Most of us have heard something like this expression of employee gratitude. “I’ve enjoyed working here. You taught me so much, and you’ve always treated me well. But the company down the road is paying a lot more for people with my skills and training. I’m sorry, but I just can’t turn down this opportunity.”
Our first reaction as an owner is usually “What? After all we’ve DONE for you?”
It can be frustrating to see your investment in an employee walk out the door. He or she knew little when they arrived, and you spent many hours and lots of dollars teaching them to be good at a job. You may have paid them more than warranted until they had enough experience to legitimately earn that salary.
It’s especially galling to lose them to a larger organization that doesn’t hire inexperienced people. Instead of investing over time, they just pay more for someone who is already at their desired skill level.
Small business is the training ground for most of the entry-level employees in the US. If a first job is in high school, or as a college student, it is probably somewhere where few skills are needed to be hired. The business teaches those skills, in return for an entry level wage.
Once an employee has mastered the basics; showing up every day, starting on time, following instructions, they quickly move on to a “real” job. They begin seeking a career path. Most understand that the next step may take years instead of weeks or months.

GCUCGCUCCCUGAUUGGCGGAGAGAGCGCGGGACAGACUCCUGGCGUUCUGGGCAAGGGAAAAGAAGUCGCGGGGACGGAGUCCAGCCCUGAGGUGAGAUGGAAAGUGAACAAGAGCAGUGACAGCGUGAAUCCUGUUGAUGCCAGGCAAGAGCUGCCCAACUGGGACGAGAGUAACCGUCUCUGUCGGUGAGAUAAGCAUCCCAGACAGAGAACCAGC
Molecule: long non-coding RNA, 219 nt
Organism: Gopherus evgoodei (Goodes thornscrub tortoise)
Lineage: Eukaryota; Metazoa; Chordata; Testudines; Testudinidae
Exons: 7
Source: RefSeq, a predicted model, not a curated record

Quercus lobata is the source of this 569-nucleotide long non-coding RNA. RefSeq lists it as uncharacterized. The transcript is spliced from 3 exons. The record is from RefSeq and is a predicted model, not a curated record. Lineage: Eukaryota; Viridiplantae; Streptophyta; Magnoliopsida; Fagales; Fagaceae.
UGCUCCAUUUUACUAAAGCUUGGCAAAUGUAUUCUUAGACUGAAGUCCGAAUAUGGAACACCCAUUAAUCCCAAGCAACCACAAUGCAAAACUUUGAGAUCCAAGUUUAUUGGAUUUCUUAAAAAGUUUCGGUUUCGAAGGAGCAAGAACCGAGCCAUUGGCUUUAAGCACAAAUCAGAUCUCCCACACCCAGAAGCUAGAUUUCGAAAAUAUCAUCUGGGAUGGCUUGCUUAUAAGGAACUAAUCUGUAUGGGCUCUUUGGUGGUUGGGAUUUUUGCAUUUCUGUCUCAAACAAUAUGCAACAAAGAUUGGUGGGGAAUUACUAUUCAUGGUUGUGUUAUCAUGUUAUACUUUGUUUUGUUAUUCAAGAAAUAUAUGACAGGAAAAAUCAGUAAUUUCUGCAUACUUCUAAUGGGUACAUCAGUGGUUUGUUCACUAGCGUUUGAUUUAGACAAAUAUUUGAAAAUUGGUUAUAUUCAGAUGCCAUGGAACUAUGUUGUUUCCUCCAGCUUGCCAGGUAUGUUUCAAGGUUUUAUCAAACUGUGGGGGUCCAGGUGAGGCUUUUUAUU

They do, however, expect a next step. Mastering a position is satisfying for a short time. If that results in recognition through additional responsibility or higher production incentives; that works for a while as well, but it isn’t very long.
Why are you a business owner? At whatever point in your career you went into business for yourself, whether it was by purchasing a company or bootstrapping a bare bones startup, you were probably working for someone else at the time. Perhaps it was a bad employer, but maybe it wasn’t. You just wanted more than the job offered.
Where was your employee gratitude? If, like most of us, you went into business doing something you already knew; who taught you? Do you feel remorse for going out on your own?
Have you ever been in a company where no one has ambition? Where the employees do the same job for decades, no one advances and no one leaves? It’s awful, and I’ve yet to see such a business that could be considered a high-performing organization.
You want employees with ambition. The people who tackle a job with enthusiasm and are hungry to learn are the same ones who most want to advance. Unless you have very rapid growth, you can’t satisfy them all.
Retention strategies help. You can document a career path, demand promissory notes for training costs, or even offer equity in your company. If you are smart and lucky, you can retain the best of them for most or all of their careers.
But if you are hiring right, and teaching them well, many will move on to greener pastures. The same traits that make them good employees also make them a flight risk. Acknowledge it and counter it with tangible action, but don’t depend on employee gratitude to keep them around.
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